In areas prone to acid rain, a buffer of thin soil can keep your roof safe.
If you live in a dry area choose hardy, drought resistant plants.
Do not plant windblown seeds that can invade other gardens.
If you are planning on having an intensive green roof structure:
Give yourself a work area for production of mulch and for composting.
Provide space that is accessible for social activity.
Provide habitat for desirable urban birds and insects.
There are a number of modular systems available:
These systems are made up of individual plastic modulars, interlocking containers that are about two square feet and loaded with a drainage system, a growing medium, and vegetation prior to placement. They are also normally quick to install.
These systems are ideal for extensive green roofs, yet, deeper modules make the system adaptable to intensive green roofs. The growing medium is an engineered product that contains natural soil, modular growing medium depths can vary between 2-18 inches deep.
These systems are lightweight and normally weigh about 12-50 pounds per square foot when fully saturated.
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The modules can normally be placed on existing roof surfaces. Individual modules can be removed and replaced allowing quick repair or rotated for seasonal effect.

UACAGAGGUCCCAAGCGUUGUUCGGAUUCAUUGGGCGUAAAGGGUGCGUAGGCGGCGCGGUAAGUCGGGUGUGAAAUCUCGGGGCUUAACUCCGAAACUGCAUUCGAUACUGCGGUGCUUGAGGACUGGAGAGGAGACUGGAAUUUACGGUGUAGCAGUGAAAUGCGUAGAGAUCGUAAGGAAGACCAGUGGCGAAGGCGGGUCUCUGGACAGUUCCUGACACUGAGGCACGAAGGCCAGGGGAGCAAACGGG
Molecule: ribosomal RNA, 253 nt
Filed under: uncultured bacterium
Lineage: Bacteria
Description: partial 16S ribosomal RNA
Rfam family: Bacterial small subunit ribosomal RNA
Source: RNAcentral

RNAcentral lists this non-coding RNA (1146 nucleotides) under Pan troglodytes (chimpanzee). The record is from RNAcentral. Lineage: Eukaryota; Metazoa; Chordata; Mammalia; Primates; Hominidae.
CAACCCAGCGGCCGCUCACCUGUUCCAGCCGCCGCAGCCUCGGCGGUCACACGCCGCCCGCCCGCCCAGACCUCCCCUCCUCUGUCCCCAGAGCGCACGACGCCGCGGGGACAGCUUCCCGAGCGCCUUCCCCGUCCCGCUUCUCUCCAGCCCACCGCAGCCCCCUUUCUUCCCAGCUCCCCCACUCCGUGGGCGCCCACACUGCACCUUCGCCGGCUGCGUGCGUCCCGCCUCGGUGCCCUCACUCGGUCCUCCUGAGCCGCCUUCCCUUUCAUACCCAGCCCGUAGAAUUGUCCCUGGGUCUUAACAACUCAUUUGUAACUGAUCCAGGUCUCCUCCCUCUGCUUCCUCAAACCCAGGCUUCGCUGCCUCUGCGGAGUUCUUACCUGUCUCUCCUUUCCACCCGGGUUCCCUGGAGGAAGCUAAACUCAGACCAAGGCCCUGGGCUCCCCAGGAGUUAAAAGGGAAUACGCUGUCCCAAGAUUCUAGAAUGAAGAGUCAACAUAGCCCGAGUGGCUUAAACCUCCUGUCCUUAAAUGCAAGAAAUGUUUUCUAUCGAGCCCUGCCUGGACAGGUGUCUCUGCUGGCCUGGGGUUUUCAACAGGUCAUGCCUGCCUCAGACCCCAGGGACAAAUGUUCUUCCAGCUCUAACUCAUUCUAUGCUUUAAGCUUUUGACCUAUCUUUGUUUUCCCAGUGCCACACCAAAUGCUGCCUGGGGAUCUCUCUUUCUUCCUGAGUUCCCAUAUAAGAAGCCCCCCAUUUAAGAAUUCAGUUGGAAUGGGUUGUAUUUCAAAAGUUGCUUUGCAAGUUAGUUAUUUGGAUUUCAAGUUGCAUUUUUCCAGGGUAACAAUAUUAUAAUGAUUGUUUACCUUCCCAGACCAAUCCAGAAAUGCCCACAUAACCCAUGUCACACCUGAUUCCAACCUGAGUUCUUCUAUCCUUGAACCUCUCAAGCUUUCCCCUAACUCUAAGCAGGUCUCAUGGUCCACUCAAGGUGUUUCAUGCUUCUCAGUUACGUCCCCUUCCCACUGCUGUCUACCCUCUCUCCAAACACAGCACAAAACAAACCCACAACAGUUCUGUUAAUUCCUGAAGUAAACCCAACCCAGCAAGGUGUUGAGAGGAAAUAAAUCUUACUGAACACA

These can be installed at any time of the year because the modules are pre-planted. Since the plantings are established prior to installation, there is a high level of success.
They must be watered and weeded for the first year. In areas prone to acid rain, the application of buffering compounds can be required to prevent acidification of thin soils.
Built-In-Place systems are the classical and most common green roof systems found:
These systems are best for intensive green roofs.
These structures require detailed design plans and a long installation period in order to accommodate the sequenced incorporation of garden materials and landscape.
These structures require plants to be pre-established in pots for one to two years prior to installation.
These structures must have a growing medium that is soil based with a depth of at least 4 to 8 inches.
These structures normally have a weight of 40 to 200 pounds per square foot when fully saturated. Because of this, your base may require additional structural support.
You can provide for a display of a diverse plant selection while also incorporating public space.
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Materials are deployed on the roof in a series o layers in the following sequences:
Structural roof support
Waterproof and root repellent membrane(s)
Drainage, aeration, water storage, and a root barrier system
A lightweight growing medium that is not necessarily soil based
Collection of specialized mix of plants with an ability to survive harsh environmental conditions at the roof top.
The installations of green roofs can sometimes be eligible for tax relief, energy conservation credits, and lower storm water charges from municipalities. Check with your local regulations to see what the building laws are.